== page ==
Statements of Necessity

'Hay Que,' 'Tener Que' and Other Ways of Saying a Thing or Action Is Necessary

Barranquilla market for lesson on "hay que" other statements of necessity.
Mi padre tiene que ir a Barranquilla. (My father has to go to Barranquilla.). Photo by Maria Grazia Montagnari; licensed via Creative Commons.

If you have to say there's something you have to do or that has to be done, here's how you can do it in Spanish.

Tener Que

Perhaps the most common way of saying "to have to" in Spanish is tener que followed by an infinitive.

  • Tengo que pagar impuestos. (I have to pay taxes.)
  • Mi padre tiene que ir a Barranquilla. (My father has to go to Barranquilla.)

Tener que is the phrase for "statements of necessity" that is usually learned first by students of Spanish because it is very common and doesn't require the knowledge of any verb conjugation beyond the forms of tener.

But there are other ways as well to make statements of necessity.

Hay Que

Another that is even easier to learn because it doesn't require any conjugation is hay que, again followed by an infinitive:

  • Hay que ser muy listo. (It is necessary to be very ready.)
  • ¿Por qué hay que usar códigos? (Why is it necessary to use codes?)

Necesitar Que and Es Necesario Que

As might be expected, some other phrases used in statements of necessity are closely related to the word "necessary." One is the impersonal verb necesitar, meaning "to be necessary," which can be followed by que and a verb in the subjunctive mood.

  • Necesito que un experto me contacte. (I need an expert to contact me. A word-for-word translation would be: I need that an expert contact me. Many of the other translations below where the subjunctive is used follow a similar pattern.)
  • Necesitas que alguien te escuche. (You need someone to listen to you.)

    Similarly, it is possible to use the impersonal phrase es necesario que, which also is followed by a verb in the subjunctive.

    • Es necesario que Europa conserve su herencia. (It is necessary for Europe to retain its heritage.)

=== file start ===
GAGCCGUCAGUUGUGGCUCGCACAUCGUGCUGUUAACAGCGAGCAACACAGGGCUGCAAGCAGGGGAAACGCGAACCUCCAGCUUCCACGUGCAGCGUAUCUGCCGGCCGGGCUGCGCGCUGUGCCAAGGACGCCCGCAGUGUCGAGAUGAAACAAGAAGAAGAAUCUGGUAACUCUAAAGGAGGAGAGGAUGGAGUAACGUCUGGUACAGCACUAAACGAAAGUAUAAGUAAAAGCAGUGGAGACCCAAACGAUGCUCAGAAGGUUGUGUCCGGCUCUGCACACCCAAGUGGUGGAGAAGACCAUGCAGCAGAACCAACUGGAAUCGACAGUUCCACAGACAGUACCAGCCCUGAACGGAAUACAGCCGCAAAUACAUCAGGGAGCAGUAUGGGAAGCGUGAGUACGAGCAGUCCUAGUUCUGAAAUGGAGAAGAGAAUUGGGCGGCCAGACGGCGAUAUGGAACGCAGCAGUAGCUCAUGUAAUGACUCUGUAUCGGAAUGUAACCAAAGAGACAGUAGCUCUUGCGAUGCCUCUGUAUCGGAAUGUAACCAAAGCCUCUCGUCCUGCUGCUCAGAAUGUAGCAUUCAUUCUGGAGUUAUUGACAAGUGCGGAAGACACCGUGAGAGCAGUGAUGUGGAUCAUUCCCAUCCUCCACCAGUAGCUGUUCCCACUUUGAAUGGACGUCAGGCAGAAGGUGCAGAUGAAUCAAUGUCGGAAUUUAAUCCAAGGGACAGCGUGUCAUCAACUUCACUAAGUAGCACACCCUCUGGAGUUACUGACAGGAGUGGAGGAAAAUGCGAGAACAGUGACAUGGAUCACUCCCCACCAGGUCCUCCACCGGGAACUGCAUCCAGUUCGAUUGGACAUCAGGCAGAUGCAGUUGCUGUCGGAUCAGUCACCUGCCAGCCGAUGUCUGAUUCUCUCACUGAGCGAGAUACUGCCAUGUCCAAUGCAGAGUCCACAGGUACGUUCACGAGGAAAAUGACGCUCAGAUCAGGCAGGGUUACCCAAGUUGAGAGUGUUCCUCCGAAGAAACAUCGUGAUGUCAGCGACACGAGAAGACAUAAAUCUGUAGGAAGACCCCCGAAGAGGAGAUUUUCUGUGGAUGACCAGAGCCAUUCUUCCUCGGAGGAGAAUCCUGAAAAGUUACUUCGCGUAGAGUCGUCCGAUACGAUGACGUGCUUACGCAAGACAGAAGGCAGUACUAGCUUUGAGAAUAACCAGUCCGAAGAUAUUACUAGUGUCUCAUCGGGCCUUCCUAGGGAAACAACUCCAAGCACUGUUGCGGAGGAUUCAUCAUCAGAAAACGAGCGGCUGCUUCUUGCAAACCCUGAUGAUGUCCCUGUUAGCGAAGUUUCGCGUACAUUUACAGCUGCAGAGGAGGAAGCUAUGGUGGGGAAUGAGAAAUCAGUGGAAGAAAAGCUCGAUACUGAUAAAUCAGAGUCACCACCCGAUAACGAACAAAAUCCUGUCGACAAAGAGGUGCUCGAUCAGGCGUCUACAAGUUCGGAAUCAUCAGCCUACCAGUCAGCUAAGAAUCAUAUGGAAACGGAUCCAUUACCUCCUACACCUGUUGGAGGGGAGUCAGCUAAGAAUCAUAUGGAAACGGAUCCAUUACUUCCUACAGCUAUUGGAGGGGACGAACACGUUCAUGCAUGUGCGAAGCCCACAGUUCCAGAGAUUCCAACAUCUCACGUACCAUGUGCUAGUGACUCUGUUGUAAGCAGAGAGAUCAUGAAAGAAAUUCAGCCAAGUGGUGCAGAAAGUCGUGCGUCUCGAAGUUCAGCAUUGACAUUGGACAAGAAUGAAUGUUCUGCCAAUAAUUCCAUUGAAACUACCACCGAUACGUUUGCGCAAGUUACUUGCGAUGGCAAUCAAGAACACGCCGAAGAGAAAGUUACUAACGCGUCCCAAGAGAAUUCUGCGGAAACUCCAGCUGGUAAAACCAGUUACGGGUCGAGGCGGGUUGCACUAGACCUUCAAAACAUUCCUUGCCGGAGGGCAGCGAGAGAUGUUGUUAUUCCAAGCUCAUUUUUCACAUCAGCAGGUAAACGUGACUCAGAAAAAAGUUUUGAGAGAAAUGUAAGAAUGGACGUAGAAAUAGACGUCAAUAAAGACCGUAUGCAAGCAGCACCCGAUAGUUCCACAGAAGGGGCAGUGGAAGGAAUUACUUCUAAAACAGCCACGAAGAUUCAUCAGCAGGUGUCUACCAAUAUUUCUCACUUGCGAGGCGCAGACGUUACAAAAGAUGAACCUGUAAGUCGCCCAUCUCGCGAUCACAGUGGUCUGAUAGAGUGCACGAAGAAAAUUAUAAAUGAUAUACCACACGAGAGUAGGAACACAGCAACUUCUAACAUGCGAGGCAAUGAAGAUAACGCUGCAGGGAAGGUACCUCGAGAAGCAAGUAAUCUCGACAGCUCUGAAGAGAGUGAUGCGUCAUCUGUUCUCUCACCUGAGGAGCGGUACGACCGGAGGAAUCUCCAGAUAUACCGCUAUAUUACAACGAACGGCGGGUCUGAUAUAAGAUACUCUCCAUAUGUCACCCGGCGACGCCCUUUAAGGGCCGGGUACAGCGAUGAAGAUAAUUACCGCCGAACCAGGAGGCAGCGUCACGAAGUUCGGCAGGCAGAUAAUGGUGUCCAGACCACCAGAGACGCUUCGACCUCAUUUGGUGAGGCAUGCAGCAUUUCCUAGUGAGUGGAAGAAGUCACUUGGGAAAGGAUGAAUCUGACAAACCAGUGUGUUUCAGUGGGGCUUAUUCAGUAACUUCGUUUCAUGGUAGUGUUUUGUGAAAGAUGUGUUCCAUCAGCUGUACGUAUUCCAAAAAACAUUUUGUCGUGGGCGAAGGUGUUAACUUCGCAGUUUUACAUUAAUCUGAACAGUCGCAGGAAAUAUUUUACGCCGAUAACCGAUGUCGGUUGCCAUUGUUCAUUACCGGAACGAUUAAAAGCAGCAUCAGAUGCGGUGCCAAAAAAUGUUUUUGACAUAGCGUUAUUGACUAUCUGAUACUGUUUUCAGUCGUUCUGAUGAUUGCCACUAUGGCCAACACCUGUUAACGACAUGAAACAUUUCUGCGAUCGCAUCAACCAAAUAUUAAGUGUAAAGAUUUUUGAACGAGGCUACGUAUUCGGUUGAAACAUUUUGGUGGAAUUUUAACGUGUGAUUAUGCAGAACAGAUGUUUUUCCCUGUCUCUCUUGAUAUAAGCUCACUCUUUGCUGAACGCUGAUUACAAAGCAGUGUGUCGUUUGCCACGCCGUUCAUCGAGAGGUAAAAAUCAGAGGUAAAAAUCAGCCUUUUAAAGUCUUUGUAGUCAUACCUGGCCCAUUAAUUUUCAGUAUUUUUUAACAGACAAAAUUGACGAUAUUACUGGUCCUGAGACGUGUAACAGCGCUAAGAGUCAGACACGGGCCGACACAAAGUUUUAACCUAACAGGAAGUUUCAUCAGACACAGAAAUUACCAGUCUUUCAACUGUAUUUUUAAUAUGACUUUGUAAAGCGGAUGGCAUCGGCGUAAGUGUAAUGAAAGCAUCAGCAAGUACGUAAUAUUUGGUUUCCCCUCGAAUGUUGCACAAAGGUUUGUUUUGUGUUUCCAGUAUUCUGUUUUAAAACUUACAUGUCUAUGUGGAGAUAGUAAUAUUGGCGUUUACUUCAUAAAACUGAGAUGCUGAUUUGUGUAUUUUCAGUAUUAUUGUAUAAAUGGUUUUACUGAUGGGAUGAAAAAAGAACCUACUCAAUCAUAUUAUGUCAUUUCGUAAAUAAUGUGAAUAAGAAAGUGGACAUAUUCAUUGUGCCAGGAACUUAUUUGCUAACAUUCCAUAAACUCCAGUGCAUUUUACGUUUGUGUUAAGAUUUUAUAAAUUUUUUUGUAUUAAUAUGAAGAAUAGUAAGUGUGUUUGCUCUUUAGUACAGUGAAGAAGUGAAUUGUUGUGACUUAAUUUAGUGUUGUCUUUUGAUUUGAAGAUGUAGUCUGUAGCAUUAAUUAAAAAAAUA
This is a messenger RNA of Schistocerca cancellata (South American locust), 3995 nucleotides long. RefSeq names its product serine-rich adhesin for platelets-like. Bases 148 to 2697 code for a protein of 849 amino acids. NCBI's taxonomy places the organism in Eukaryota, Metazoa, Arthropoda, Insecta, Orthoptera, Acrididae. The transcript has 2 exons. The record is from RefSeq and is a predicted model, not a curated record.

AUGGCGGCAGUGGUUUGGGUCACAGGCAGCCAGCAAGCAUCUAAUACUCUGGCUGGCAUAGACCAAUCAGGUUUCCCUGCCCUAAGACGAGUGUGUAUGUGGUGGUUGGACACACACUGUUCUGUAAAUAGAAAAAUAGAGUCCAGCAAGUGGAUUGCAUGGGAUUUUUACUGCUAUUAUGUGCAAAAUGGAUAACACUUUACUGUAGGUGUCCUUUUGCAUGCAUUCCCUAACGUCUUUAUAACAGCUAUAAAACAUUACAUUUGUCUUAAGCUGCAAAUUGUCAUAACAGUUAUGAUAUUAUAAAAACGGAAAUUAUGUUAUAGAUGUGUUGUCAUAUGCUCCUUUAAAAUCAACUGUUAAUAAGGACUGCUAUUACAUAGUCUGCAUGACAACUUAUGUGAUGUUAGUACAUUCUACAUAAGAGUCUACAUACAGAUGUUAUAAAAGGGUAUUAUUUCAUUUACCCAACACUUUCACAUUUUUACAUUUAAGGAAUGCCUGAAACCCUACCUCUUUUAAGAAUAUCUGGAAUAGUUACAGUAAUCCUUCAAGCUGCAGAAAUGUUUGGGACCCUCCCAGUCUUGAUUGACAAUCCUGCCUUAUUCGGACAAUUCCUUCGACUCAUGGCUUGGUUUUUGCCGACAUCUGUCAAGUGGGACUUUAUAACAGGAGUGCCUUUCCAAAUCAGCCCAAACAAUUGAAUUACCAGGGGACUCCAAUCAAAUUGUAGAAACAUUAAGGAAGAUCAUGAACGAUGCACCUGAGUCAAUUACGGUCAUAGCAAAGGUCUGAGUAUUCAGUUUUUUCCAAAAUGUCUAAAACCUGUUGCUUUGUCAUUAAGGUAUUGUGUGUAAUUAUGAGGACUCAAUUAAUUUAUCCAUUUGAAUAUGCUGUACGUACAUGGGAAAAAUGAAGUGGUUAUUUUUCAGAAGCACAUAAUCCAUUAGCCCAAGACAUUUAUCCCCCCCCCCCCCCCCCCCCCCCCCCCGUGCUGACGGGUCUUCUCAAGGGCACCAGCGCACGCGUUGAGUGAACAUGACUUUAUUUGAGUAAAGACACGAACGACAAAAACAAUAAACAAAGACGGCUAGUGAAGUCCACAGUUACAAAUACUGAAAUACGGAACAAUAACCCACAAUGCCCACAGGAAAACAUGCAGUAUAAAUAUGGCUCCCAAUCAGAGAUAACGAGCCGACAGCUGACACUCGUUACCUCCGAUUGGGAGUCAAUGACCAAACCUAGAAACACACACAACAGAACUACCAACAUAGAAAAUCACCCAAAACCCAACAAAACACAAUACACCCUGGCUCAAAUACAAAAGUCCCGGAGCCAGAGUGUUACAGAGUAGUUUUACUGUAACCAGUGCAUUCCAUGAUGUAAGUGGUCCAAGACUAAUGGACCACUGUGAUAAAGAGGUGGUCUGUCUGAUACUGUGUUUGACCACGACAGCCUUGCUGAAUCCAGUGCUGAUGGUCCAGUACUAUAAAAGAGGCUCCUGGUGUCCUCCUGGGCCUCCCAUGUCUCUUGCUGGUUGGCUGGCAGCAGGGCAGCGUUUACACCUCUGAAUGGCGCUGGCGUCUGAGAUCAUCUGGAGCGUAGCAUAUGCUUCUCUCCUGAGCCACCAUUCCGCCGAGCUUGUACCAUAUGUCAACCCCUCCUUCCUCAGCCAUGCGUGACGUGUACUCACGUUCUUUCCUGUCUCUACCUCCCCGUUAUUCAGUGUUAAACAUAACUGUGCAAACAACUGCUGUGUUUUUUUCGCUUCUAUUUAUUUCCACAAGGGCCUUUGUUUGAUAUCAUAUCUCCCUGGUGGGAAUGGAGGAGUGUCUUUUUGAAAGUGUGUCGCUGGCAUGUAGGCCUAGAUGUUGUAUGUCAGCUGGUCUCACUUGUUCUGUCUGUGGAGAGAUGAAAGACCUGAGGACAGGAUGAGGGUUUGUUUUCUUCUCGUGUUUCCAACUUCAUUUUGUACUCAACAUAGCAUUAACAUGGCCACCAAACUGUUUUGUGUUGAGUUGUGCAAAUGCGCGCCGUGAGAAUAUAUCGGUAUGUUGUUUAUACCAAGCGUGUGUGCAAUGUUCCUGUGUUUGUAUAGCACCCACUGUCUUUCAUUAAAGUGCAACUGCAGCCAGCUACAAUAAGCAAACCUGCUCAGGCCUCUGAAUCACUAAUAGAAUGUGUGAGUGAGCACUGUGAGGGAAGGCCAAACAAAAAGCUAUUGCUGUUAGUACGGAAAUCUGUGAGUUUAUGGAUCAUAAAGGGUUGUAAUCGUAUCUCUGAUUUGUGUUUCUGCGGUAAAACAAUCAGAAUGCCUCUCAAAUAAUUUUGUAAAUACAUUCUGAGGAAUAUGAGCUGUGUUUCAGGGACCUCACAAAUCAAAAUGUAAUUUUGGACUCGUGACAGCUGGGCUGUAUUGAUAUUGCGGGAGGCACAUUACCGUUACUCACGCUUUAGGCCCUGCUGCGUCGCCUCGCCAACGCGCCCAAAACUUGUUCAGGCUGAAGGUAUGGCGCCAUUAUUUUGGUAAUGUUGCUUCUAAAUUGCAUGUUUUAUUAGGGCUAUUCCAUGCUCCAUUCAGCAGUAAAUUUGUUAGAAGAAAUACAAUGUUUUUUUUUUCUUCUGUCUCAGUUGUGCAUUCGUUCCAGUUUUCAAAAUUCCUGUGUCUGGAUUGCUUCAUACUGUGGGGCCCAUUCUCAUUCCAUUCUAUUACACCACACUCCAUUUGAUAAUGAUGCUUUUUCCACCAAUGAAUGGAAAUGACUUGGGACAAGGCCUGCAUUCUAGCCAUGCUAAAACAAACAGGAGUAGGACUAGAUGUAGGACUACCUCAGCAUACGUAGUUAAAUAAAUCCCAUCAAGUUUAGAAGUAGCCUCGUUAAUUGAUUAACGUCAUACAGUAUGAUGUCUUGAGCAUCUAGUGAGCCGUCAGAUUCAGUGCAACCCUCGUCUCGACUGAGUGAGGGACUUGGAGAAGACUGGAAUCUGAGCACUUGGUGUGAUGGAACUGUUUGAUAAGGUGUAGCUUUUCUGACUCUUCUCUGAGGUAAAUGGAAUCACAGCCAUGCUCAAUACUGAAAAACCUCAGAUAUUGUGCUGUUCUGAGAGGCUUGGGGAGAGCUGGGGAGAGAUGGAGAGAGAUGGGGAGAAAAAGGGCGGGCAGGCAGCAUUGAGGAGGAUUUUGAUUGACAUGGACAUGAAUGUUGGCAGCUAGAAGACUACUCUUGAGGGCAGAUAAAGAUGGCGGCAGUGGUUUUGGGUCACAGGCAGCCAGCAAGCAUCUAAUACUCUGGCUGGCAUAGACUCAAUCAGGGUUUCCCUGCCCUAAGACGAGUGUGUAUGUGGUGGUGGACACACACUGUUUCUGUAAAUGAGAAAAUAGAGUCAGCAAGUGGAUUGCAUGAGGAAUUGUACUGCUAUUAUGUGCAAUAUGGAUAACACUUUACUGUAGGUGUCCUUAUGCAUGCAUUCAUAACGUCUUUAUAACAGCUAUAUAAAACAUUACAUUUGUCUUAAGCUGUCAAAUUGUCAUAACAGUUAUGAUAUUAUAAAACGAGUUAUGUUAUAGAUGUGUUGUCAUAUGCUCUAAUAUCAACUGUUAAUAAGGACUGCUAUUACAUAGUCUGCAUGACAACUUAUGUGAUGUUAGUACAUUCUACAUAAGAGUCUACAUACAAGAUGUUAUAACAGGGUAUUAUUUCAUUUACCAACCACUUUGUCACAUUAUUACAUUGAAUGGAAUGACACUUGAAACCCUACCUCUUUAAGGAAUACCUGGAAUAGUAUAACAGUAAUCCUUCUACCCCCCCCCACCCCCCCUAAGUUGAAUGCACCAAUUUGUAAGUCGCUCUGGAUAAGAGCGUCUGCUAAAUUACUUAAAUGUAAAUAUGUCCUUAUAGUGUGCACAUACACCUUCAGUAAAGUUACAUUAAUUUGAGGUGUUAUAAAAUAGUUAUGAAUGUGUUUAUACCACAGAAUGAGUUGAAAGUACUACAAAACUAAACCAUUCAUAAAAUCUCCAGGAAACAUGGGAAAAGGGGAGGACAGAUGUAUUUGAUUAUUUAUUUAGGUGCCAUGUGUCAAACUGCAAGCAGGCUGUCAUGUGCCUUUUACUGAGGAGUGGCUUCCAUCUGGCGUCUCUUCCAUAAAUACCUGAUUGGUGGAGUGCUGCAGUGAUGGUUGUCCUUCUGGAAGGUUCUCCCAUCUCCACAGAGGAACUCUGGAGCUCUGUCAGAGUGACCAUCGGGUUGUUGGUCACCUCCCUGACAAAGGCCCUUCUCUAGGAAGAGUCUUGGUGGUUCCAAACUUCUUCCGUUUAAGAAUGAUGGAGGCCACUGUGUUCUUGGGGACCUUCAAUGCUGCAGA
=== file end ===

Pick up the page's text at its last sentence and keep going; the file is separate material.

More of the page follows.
• Es necesario que nos envíen los datos. (It is necessary for them to send us the data.)

      Two Es Phrases

      Less common than the above is the impersonal phrase es preciso, which also means "it is necessary." It is usually followed by an infinitive, but it also can be followed by que and a subjunctive verb.

      • Es preciso revisar el diseño y la organización del programa. (It is necessary to change the design and organization of the program.)
      • Es preciso que trabajen. (It is necessary for them to work.)

      The impersonal phrase es importante, meaning "it is important," is used in the same way, although it isn't as forceful as es necesario.

      • Es importante saber sobre interoperabilidad. (It is important to know about interoperability.)
      • Es importante que el sitio web esté en español. (It is important that the website be in Spanish.)

      Urgir

      Finally, to indicate that something is urgently necessary, it is possible to use the impersonal phrase urge que from the verb urgir, again followed by a verb in the subjunctive.

      • Urge que X'cacel sea declarada como reserva natural protegida. (It is urgent that X'cacel be declared a natural protected reserve.)
      • Me urge que todo el mundo lo lea. (It is urgent to me that everybody read it.)

      The verb urgir can also stand alone as a verb to mean "to be urgently needed."

      • Urge atención inmediata el caso de los asesinatos de mujeres en Ciudad Juárez. The case of women murdered in Cuidad Juarez urgently needs attention.)
      • Me urge ayuda sobre los siguientes terminales. (I urgently need help with the following terms.)